• Thankfully my milk supply was good for the majority of the time, until I discovered essential oils and took the wrong one.  There are some great oils that can boost your supply (basil, fennel, copaiba), but unfortunately peppermint (for some women) can decrease supply.  Peppermint is a main ingredient in some wonderful muscle ache remedies that I was using religiously to relieve my neck and back pain, but unfortunately my supply dipped drastically.  To get it back up I removed peppermint, started taking the supply boosting essential oils, herbs and teas as well as offering Oby milk-time as often as possible. The more your baby latches, the more your body is triggered to create milk.


This wasn’t exactly a new lesson I learned.  I was more surprised at how much he cried. I had this idea that he would be so happy living with us and be a calm baby.  I also thought that as his mom when he did cry, I should be able to soothe him, and if I couldn’t, then I was failing. In reality, babies cry, ALL of them.
When he cried (for endless hours) it was hard to not take it personally, but I needed to learn that he wasn’t ‘mad at me’; it’s his only way of communicating and expressing himself.  Their emotions are very real and we need to consider each tear or tantrum to be a valid display of his true emotions.  Of course I checked everything that could possibly upset him (food, diaper, temperature, position, boredom, etc.) and sometimes all I could do was hold him, pray and love him while he cried.

In the early days, our little man cried a LOT.  More than I felt was normal. I sought out some help from professional practitioners.  I found a physiotherapist and counselor that specializes in emotional healing for babies.  I learned that babies can experience birth trauma and need to heal emotionally from it.  I learned so much from this baby whisperer and together we created a safe place for little Oby to express his pain, build trust and feel safe with us.  She taught us a lot about talking and listening to our baby respectfully.  From then I made an effort to not just do things for Oby, but first narrate what we were doing together and ask his permission so not to take him by surprise.  We noticed a huge change in him soon after this.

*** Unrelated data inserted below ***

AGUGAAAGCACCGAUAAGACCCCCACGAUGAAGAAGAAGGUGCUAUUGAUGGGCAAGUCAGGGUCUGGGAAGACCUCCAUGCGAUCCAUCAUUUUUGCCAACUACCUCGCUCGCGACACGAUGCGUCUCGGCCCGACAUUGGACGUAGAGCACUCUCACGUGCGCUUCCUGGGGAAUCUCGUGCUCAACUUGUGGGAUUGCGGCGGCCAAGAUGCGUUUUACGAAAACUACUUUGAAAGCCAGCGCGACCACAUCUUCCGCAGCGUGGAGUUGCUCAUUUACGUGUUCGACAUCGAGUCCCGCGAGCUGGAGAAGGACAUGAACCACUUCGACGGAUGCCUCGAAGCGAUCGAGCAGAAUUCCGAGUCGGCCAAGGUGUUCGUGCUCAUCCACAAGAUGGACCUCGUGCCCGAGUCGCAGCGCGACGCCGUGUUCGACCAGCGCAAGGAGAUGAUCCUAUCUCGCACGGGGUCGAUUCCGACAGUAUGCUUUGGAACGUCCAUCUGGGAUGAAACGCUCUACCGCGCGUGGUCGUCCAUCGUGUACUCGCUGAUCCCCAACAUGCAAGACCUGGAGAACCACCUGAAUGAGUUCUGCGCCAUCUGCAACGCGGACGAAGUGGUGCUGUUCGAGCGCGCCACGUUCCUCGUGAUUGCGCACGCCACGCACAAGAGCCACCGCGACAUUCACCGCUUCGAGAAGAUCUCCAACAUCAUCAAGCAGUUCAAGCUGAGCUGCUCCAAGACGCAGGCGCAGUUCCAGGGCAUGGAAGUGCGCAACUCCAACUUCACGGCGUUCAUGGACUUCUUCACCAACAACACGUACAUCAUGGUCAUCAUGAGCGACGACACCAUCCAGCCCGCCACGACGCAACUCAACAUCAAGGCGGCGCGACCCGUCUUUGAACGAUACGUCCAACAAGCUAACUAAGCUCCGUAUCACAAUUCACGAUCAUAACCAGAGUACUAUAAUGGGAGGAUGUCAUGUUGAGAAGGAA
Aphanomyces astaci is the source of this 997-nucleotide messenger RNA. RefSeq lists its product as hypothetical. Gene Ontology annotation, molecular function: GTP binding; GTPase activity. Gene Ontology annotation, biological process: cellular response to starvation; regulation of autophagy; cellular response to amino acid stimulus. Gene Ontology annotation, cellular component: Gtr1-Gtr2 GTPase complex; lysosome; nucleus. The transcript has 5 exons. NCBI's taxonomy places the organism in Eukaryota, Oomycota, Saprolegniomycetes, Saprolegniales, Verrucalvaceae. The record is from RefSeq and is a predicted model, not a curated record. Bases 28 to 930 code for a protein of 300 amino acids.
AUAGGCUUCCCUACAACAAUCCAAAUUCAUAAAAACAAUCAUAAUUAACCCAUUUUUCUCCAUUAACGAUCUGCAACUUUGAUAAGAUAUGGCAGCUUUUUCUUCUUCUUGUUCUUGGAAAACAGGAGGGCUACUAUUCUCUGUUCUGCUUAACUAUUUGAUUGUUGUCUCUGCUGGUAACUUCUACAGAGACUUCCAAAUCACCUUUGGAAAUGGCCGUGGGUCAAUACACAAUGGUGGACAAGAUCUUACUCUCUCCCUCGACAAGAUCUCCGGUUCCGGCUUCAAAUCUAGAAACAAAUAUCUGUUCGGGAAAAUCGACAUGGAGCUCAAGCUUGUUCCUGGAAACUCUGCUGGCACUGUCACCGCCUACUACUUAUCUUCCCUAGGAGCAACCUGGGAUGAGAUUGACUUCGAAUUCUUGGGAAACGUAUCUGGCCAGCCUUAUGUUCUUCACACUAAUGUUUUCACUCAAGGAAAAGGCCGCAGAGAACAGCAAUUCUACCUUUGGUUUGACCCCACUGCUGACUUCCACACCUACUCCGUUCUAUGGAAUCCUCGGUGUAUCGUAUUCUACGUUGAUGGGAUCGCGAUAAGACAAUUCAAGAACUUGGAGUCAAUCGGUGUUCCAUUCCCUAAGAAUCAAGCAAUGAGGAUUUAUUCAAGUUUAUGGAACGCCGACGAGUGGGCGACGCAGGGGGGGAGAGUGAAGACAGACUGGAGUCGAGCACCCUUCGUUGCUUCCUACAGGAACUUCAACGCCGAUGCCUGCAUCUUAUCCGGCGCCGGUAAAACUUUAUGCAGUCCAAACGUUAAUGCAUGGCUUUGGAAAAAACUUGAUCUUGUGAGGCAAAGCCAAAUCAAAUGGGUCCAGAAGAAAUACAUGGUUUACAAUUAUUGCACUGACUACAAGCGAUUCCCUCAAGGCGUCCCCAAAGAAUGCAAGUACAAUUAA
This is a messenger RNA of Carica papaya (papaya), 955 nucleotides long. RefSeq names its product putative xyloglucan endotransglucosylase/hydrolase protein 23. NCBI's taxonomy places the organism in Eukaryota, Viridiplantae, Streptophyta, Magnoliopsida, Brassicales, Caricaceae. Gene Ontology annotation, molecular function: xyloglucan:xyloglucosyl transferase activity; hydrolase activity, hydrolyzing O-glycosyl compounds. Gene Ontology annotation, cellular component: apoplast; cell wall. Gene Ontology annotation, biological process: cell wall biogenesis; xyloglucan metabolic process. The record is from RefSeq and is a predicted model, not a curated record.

• One of the best methods we found to help soothe Oby when he cried was movement.  Holding him close while walking, dancing, tapping, or sitting bouncing gently on a large exercise ball calmed him right down.  Squats were my go-to. I remember doing hundreds of squats at 4am to soothe him back to sleep.  It doubles as your ‘get-back-in-shape’ plan too!
  • Our best investment was a soft stretchy carrier wrap (for newborn to 3 months) and a soft structured carrier for 3 months to 1 year.  When babies are held by you, they cry less because they are more settled, content and calm. It’s cozy, snuggly, close to your warmth, close to your heartbeat and close to your milk supply.  A huge benefit to you is that you can be near your baby, but hands free to do other things. 



Sleep? If you don’t count on it, then, it’s like a wonderful surprise when it actually happens. I have never appreciated 4 solid hours of sleep in a row, more than I do now!

Amazingly, you will discover how little sleep you actually need to function the next day. Don’t count the first few weeks because they are an adrenaline rush full of feel-good-new-baby-hormones rushing through you.  After that, the tiredness really kicks in! No matter, how exhausted I was and how little I slept, I could still find the reserves to do what I needed the next day.  I think I was being fueled by baby cuddles.

Some days you will dream of running to a hotel to be all by yourself for at least 24 hours, but if you are gone even 1 hour you won’t be able to stop thinking about your baby.  

  • Sleep went up and down for me throughout this past year.  It obviously began on a low because newborns are up most of the night.  Once we got into a rhythm of co-sleeping and feeding, sleep was much better (more on co-sleeping in point 10).  I got used to sleeping for 2 hour-increments, helping baby to latch on, and then drift back to sleep while he fed and then slept himself.  I went to bed early with him and we slept in late. So although we were up every couple hours, cumulatively we actually were banking more sleep than I would get pre-baby.  I was starting to feel energized and alive again.  It wasn’t until he was 8 months old and transitioned to his crib that sleep for me took a downward turn.  Believe it or not, Iwas having a lot of trouble sleeping without him!  My body was used to drifting off to sleep as he fed (milk has sleep-inducing hormones for both of us) and I was also used to waking up often so I continued to wake up often.  Anyhow, it took me a few months to get used to this new sleep arrangement and I’m still quite tired even as I type this.